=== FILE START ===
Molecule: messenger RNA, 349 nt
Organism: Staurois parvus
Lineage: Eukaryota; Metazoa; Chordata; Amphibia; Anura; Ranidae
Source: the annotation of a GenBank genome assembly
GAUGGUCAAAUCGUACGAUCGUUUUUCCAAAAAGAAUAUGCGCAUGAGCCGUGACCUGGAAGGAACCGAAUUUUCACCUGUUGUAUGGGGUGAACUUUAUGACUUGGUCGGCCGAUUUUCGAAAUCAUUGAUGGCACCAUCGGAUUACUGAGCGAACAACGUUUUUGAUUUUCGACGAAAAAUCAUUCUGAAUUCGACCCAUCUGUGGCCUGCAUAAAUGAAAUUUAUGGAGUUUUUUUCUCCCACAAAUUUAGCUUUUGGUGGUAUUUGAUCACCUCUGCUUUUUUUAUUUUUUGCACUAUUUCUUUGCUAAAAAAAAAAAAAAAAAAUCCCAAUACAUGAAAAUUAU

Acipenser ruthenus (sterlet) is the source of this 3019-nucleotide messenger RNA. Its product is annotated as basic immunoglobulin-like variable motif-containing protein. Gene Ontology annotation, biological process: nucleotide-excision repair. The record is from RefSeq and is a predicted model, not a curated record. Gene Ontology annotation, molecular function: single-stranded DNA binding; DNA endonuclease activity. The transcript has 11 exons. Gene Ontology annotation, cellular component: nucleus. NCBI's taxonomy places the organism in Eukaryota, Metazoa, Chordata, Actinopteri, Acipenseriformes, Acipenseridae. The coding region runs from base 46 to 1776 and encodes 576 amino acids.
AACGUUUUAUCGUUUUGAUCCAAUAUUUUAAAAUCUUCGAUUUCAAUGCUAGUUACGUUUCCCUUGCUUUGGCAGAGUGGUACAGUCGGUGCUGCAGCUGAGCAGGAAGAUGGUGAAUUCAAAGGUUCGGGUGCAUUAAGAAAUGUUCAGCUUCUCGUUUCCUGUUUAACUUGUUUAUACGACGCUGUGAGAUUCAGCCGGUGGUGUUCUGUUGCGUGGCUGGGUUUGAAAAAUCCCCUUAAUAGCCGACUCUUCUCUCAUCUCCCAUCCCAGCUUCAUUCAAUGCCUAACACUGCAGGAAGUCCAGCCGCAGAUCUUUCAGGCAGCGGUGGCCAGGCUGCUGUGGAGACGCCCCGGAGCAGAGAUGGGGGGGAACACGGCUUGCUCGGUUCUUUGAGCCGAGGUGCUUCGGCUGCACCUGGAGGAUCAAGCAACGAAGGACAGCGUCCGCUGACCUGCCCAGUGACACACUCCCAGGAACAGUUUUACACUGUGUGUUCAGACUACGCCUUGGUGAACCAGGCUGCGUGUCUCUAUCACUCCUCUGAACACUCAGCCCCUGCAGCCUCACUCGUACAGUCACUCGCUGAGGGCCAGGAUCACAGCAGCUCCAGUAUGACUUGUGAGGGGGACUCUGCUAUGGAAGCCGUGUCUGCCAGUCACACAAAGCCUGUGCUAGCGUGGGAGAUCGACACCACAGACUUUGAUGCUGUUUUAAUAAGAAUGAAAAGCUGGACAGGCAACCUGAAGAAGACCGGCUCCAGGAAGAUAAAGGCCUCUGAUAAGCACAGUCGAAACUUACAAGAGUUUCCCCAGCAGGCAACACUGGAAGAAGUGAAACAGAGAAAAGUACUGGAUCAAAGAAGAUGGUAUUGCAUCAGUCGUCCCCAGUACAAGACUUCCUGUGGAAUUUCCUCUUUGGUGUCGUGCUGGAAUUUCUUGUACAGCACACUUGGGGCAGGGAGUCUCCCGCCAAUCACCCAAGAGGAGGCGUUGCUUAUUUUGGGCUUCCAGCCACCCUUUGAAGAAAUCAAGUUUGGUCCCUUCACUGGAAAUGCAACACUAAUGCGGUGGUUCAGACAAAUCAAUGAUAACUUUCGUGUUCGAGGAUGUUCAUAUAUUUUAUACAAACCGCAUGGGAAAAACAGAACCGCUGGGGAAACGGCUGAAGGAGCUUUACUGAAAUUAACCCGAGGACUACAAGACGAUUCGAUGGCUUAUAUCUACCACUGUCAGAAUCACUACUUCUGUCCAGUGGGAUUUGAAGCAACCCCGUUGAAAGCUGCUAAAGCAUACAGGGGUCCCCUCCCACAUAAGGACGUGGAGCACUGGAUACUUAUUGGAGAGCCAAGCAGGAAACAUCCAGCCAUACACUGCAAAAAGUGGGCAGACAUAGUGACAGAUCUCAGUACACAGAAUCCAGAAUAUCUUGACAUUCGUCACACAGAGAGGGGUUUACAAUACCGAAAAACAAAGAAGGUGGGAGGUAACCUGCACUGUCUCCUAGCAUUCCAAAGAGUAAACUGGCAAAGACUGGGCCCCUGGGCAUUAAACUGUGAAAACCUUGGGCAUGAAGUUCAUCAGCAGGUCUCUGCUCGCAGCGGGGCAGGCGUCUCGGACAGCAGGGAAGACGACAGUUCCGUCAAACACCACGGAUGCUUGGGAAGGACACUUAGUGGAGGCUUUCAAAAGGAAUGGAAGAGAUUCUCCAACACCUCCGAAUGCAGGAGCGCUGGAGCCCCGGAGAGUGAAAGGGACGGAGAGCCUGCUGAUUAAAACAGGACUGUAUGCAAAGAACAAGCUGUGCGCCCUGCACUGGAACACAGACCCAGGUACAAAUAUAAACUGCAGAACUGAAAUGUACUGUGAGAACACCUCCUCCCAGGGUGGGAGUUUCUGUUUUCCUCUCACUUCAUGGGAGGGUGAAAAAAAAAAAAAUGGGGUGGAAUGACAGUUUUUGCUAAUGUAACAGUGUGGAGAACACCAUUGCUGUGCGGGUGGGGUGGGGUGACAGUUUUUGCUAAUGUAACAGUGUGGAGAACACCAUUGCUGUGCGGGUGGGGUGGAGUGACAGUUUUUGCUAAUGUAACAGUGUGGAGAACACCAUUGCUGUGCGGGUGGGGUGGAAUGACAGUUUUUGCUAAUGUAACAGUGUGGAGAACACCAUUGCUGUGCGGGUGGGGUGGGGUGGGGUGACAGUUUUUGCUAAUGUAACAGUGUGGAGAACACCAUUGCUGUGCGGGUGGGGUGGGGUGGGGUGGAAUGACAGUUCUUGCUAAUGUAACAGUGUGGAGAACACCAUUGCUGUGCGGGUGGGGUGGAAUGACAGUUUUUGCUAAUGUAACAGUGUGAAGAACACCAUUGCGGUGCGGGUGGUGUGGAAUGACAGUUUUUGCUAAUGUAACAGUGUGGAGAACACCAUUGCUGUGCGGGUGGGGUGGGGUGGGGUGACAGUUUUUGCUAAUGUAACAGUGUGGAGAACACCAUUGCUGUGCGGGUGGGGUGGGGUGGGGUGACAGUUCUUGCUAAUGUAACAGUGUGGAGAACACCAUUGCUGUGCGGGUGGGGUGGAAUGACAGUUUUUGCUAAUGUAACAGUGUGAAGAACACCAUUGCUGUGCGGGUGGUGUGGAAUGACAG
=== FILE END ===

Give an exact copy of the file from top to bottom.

Molecule: messenger RNA, 349 nt
Organism: Staurois parvus
Lineage: Eukaryota; Metazoa; Chordata; Amphibia; Anura; Ranidae
Source: the annotation of a GenBank genome assembly
GAUGGUCAAAUCGUACGAUCGUUUUUCCAAAAAGAAUAUGCGCAUGAGCCGUGACCUGGAAGGAACCGAAUUUUCACCUGUUGUAUGGGGUGAACUUUAUGACUUGGUCGGCCGAUUUUCGAAAUCAUUGAUGGCACCAUCGGAUUACUGAGCGAACAACGUUUUUGAUUUUCGACGAAAAAUCAUUCUGAAUUCGACCCAUCUGUGGCCUGCAUAAAUGAAAUUUAUGGAGUUUUUUUCUCCCACAAAUUUAGCUUUUGGUGGUAUUUGAUCACCUCUGCUUUUUUUAUUUUUUGCACUAUUUCUUUGCUAAAAAAAAAAAAAAAAAAUCCCAAUACAUGAAAAUUAU

Acipenser ruthenus (sterlet) is the source of this 3019-nucleotide messenger RNA. Its product is annotated as basic immunoglobulin-like variable motif-containing protein. Gene Ontology annotation, biological process: nucleotide-excision repair. The record is from RefSeq and is a predicted model, not a curated record. Gene Ontology annotation, molecular function: single-stranded DNA binding; DNA endonuclease activity. The transcript has 11 exons. Gene Ontology annotation, cellular component: nucleus. NCBI's taxonomy places the organism in Eukaryota, Metazoa, Chordata, Actinopteri, Acipenseriformes, Acipenseridae. The coding region runs from base 46 to 1776 and encodes 576 amino acids.
AACGUUUUAUCGUUUUGAUCCAAUAUUUUAAAAUCUUCGAUUUCAAUGCUAGUUACGUUUCCCUUGCUUUGGCAGAGUGGUACAGUCGGUGCUGCAGCUGAGCAGGAAGAUGGUGAAUUCAAAGGUUCGGGUGCAUUAAGAAAUGUUCAGCUUCUCGUUUCCUGUUUAACUUGUUUAUACGACGCUGUGAGAUUCAGCCGGUGGUGUUCUGUUGCGUGGCUGGGUUUGAAAAAUCCCCUUAAUAGCCGACUCUUCUCUCAUCUCCCAUCCCAGCUUCAUUCAAUGCCUAACACUGCAGGAAGUCCAGCCGCAGAUCUUUCAGGCAGCGGUGGCCAGGCUGCUGUGGAGACGCCCCGGAGCAGAGAUGGGGGGGAACACGGCUUGCUCGGUUCUUUGAGCCGAGGUGCUUCGGCUGCACCUGGAGGAUCAAGCAACGAAGGACAGCGUCCGCUGACCUGCCCAGUGACACACUCCCAGGAACAGUUUUACACUGUGUGUUCAGACUACGCCUUGGUGAACCAGGCUGCGUGUCUCUAUCACUCCUCUGAACACUCAGCCCCUGCAGCCUCACUCGUACAGUCACUCGCUGAGGGCCAGGAUCACAGCAGCUCCAGUAUGACUUGUGAGGGGGACUCUGCUAUGGAAGCCGUGUCUGCCAGUCACACAAAGCCUGUGCUAGCGUGGGAGAUCGACACCACAGACUUUGAUGCUGUUUUAAUAAGAAUGAAAAGCUGGACAGGCAACCUGAAGAAGACCGGCUCCAGGAAGAUAAAGGCCUCUGAUAAGCACAGUCGAAACUUACAAGAGUUUCCCCAGCAGGCAACACUGGAAGAAGUGAAACAGAGAAAAGUACUGGAUCAAAGAAGAUGGUAUUGCAUCAGUCGUCCCCAGUACAAGACUUCCUGUGGAAUUUCCUCUUUGGUGUCGUGCUGGAAUUUCUUGUACAGCACACUUGGGGCAGGGAGUCUCCCGCCAAUCACCCAAGAGGAGGCGUUGCUUAUUUUGGGCUUCCAGCCACCCUUUGAAGAAAUCAAGUUUGGUCCCUUCACUGGAAAUGCAACACUAAUGCGGUGGUUCAGACAAAUCAAUGAUAACUUUCGUGUUCGAGGAUGUUCAUAUAUUUUAUACAAACCGCAUGGGAAAAACAGAACCGCUGGGGAAACGGCUGAAGGAGCUUUACUGAAAUUAACCCGAGGACUACAAGACGAUUCGAUGGCUUAUAUCUACCACUGUCAGAAUCACUACUUCUGUCCAGUGGGAUUUGAAGCAACCCCGUUGAAAGCUGCUAAAGCAUACAGGGGUCCCCUCCCACAUAAGGACGUGGAGCACUGGAUACUUAUUGGAGAGCCAAGCAGGAAACAUCCAGCCAUACACUGCAAAAAGUGGGCAGACAUAGUGACAGAUCUCAGUACACAGAAUCCAGAAUAUCUUGACAUUCGUCACACAGAGAGGGGUUUACAAUACCGAAAAACAAAGAAGGUGGGAGGUAACCUGCACUGUCUCCUAGCAUUCCAAAGAGUAAACUGGCAAAGACUGGGCCCCUGGGCAUUAAACUGUGAAAACCUUGGGCAUGAAGUUCAUCAGCAGGUCUCUGCUCGCAGCGGGGCAGGCGUCUCGGACAGCAGGGAAGACGACAGUUCCGUCAAACACCACGGAUGCUUGGGAAGGACACUUAGUGGAGGCUUUCAAAAGGAAUGGAAGAGAUUCUCCAACACCUCCGAAUGCAGGAGCGCUGGAGCCCCGGAGAGUGAAAGGGACGGAGAGCCUGCUGAUUAAAACAGGACUGUAUGCAAAGAACAAGCUGUGCGCCCUGCACUGGAACACAGACCCAGGUACAAAUAUAAACUGCAGAACUGAAAUGUACUGUGAGAACACCUCCUCCCAGGGUGGGAGUUUCUGUUUUCCUCUCACUUCAUGGGAGGGUGAAAAAAAAAAAAAUGGGGUGGAAUGACAGUUUUUGCUAAUGUAACAGUGUGGAGAACACCAUUGCUGUGCGGGUGGGGUGGGGUGACAGUUUUUGCUAAUGUAACAGUGUGGAGAACACCAUUGCUGUGCGGGUGGGGUGGAGUGACAGUUUUUGCUAAUGUAACAGUGUGGAGAACACCAUUGCUGUGCGGGUGGGGUGGAAUGACAGUUUUUGCUAAUGUAACAGUGUGGAGAACACCAUUGCUGUGCGGGUGGGGUGGGGUGGGGUGACAGUUUUUGCUAAUGUAACAGUGUGGAGAACACCAUUGCUGUGCGGGUGGGGUGGGGUGGGGUGGAAUGACAGUUCUUGCUAAUGUAACAGUGUGGAGAACACCAUUGCUGUGCGGGUGGGGUGGAAUGACAGUUUUUGCUAAUGUAACAGUGUGAAGAACACCAUUGCGGUGCGGGUGGUGUGGAAUGACAGUUUUUGCUAAUGUAACAGUGUGGAGAACACCAUUGCUGUGCGGGUGGGGUGGGGUGGGGUGACAGUUUUUGCUAAUGUAACAGUGUGGAGAACACCAUUGCUGUGCGGGUGGGGUGGGGUGGGGUGACAGUUCUUGCUAAUGUAACAGUGUGGAGAACACCAUUGCUGUGCGGGUGGGGUGGAAUGACAGUUUUUGCUAAUGUAACAGUGUGAAGAACACCAUUGCUGUGCGGGUGGUGUGGAAUGACAG